Human Enhancement Symposium Abstracts
Feb 22, 2011 by Matthew J. Brown
Emerging Transmortal Designs for Wearable Selves
Natasha Vita-More, University of Plymouth, UK
Founder, H+ Lab for Human Enhancement Design Science
Evidence points to a more seamless integration of biology and technology. The question arises: will we wear bio-tech interfaces as a means of expression or will our sense of self become lost in this transformation? The fusion of personhood and technology forms a narrative in exploring perceptions of human enhancement in media design and science. Stemming from cybernetics, enhancement leads toward emerging artificial systems and suggests new transmortal systems. This paper focuses on three specific areas that offer potential for future humans and warrant concern: enhancement methods and materials, new types of normal, and diverse behaviors of wearable selves.
Substrate Matters: Feminism and Gender in Singularitarianism
Amy Michelle DeBaets
This paper will analyze the functions of gender in the Singularitarian movement through the lens of theorist Ray Kurzweil. Kurzweil holds a neo-Cartesian dualist understanding of personhood as well as a technological progressivist vision of history and a teleological understanding of evolution. Kurzweil likewise reads the history of evolution in an anthropocentric and progressive mode, which is both a misreading of evolution and an ethical hazard. A feminist analysis of Kurzweil’s anthropology and teleology will lead to a counternarrative that incorporates feminist insights into the nature of persons and the importance of embodiment to both robotic and human self-understanding.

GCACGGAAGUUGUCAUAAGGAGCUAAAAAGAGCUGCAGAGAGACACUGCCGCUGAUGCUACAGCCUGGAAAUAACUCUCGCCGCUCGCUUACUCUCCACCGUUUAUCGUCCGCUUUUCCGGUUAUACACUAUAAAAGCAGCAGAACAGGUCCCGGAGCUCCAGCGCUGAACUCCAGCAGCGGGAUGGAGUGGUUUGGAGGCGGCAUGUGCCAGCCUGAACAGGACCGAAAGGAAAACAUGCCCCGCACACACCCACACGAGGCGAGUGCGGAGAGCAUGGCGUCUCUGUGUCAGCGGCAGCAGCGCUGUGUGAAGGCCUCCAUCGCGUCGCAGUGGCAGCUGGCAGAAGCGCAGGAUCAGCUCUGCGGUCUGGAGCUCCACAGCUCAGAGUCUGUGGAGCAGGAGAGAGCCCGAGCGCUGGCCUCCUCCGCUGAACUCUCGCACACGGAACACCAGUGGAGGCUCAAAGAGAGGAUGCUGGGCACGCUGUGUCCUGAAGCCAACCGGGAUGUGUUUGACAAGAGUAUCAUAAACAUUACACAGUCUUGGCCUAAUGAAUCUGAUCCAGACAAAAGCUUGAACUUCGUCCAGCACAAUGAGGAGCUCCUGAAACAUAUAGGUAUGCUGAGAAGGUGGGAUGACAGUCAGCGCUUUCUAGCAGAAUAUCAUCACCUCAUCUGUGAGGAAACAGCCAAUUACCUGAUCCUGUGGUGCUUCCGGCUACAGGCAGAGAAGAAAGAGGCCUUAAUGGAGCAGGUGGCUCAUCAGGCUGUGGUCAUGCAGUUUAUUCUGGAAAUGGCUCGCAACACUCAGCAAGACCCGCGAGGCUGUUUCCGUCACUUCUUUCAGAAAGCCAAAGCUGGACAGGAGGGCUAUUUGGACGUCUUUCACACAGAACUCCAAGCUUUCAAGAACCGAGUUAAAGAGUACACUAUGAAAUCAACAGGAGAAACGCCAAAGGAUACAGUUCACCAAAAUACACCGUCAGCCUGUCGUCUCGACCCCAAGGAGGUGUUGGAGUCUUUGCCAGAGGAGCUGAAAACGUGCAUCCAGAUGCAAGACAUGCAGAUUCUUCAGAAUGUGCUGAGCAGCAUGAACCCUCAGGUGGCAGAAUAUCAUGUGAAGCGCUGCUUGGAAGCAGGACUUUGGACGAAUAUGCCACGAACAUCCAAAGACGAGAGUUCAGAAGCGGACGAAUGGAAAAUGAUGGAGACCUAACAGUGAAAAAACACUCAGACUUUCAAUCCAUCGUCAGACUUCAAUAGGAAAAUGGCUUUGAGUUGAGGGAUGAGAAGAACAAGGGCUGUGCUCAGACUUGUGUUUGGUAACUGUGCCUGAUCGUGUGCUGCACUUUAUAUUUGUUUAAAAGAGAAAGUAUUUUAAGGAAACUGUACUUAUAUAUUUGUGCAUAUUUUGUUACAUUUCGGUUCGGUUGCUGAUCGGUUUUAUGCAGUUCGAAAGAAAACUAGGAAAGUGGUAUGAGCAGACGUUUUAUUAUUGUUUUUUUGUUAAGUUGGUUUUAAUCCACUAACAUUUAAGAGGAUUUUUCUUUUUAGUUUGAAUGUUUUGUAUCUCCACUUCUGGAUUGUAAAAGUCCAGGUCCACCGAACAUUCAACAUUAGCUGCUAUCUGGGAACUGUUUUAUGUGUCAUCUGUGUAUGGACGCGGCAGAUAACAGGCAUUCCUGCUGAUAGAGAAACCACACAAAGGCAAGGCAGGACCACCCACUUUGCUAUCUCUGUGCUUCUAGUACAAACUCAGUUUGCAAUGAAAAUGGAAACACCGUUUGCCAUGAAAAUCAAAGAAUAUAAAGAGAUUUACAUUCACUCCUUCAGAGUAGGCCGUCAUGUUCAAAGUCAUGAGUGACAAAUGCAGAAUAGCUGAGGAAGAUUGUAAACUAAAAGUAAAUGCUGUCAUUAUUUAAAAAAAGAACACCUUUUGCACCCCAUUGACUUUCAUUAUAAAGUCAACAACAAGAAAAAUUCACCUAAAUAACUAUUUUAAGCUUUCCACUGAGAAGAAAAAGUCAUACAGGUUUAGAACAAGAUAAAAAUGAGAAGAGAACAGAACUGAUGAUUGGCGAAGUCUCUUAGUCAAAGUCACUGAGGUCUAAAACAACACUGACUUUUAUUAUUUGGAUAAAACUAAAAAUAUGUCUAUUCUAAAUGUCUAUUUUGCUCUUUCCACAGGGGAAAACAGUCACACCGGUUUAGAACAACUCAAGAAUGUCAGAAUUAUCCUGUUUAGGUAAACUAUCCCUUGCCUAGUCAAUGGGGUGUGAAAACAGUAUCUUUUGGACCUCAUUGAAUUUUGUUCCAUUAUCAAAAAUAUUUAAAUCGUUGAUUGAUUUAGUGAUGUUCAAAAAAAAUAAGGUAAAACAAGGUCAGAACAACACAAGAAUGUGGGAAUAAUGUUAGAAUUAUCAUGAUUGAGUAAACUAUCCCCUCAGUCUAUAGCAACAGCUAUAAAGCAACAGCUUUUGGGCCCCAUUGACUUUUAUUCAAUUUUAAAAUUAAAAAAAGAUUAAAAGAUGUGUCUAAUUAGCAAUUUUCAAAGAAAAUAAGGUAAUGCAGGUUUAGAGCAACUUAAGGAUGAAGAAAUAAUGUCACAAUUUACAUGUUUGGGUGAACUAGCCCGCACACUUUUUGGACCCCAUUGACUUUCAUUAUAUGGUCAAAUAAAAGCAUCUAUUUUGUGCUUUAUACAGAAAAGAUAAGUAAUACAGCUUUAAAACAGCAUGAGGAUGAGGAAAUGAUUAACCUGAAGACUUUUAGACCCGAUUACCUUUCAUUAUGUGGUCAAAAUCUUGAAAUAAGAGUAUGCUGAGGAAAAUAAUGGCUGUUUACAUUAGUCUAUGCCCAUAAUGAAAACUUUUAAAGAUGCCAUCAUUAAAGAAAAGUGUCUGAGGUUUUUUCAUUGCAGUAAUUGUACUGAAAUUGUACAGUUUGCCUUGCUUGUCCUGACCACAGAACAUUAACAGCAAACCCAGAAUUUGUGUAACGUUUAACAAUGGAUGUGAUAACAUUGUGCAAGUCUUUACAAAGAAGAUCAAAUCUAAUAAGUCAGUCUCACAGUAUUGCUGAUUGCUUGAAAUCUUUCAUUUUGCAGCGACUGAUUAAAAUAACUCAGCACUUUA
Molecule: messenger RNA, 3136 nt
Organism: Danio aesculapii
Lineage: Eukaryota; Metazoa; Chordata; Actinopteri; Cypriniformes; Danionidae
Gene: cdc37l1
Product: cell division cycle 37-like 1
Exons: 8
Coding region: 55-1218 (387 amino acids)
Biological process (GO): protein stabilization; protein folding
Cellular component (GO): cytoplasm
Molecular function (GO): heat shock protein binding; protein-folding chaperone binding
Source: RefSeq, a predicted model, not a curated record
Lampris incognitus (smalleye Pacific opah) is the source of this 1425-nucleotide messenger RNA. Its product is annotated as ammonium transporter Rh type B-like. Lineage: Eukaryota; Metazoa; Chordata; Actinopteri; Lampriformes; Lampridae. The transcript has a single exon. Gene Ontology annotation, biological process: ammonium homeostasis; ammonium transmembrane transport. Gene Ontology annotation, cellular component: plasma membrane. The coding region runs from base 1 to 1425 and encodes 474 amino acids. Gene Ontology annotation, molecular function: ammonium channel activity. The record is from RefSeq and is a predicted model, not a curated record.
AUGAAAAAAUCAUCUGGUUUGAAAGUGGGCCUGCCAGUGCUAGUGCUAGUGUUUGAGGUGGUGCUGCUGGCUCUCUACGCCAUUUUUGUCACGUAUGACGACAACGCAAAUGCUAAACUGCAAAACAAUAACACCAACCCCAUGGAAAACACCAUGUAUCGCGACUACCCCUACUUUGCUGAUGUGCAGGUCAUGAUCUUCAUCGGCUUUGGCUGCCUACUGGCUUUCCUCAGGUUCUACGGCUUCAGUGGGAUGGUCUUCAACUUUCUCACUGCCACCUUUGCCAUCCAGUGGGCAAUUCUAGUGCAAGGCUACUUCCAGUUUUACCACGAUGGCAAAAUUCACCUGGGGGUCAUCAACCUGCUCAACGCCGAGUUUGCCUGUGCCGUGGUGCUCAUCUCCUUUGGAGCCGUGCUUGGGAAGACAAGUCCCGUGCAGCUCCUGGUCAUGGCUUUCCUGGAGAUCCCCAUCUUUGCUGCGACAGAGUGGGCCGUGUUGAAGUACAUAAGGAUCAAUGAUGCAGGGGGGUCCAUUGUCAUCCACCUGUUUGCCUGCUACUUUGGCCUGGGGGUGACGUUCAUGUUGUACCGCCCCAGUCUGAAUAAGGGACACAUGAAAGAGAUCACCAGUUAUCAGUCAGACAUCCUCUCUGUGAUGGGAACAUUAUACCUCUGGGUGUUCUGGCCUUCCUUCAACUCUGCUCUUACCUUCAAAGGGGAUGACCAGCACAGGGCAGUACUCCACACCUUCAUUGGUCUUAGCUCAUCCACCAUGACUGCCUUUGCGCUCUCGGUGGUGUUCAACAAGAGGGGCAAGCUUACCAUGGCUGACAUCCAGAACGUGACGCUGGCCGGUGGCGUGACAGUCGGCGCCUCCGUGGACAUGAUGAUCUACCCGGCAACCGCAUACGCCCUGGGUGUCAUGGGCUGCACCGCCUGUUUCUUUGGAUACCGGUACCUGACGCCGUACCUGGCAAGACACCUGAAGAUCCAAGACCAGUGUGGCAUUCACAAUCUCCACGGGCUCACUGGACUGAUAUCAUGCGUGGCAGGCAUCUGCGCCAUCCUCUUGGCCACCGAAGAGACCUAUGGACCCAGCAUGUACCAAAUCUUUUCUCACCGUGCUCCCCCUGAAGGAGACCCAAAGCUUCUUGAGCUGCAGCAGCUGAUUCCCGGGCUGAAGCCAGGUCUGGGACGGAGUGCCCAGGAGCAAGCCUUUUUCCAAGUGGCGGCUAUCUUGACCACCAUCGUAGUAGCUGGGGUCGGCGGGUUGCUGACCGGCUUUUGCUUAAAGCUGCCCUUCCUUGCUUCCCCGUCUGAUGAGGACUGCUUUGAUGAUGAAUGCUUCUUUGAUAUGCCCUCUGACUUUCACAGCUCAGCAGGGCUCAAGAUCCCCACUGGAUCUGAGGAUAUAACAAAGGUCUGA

Ethical Implications of Taking Smart Drugs: Is Taking Smart Drugs Smart?
Cesar Palacios Gonzalez
National Autonomous University of Mexico (UNAM)
The purpose of this paper is to argue that the moral disqualification of cognition enhancements through the argument that enhancing is a type of cheating is ill-founded. I shall present arguments that advocate in favor of nootropics use to enhance cognitive capacities, when they meet some criteria. After that I will address fairness and inducement in their use. Finally I will compare the case of sports doping with academic doping to show why the use of the later to explain the former is misleading when thinking of the academic world as a zero-sum situation.
Extended Minds, Extended Technologies, and Extended Persons
Montana State University
Some transhumanist literature suggests that technologies that are directly connected to the human brain/body have different moral implications than the technologies that are not. But as Clark and Chalmers’ argue, when one uses any tool, the mind is extended beyond the brain. While objecting to transhumanism is probably futile, the question remains; “What sort of technologies should we advocate and what sort of technologies should be avoided?” This paper argues against positions that take transhumanism as something that can be stopped and emphasizes a position that acknowledges its inevitability.
What is Human Perfection?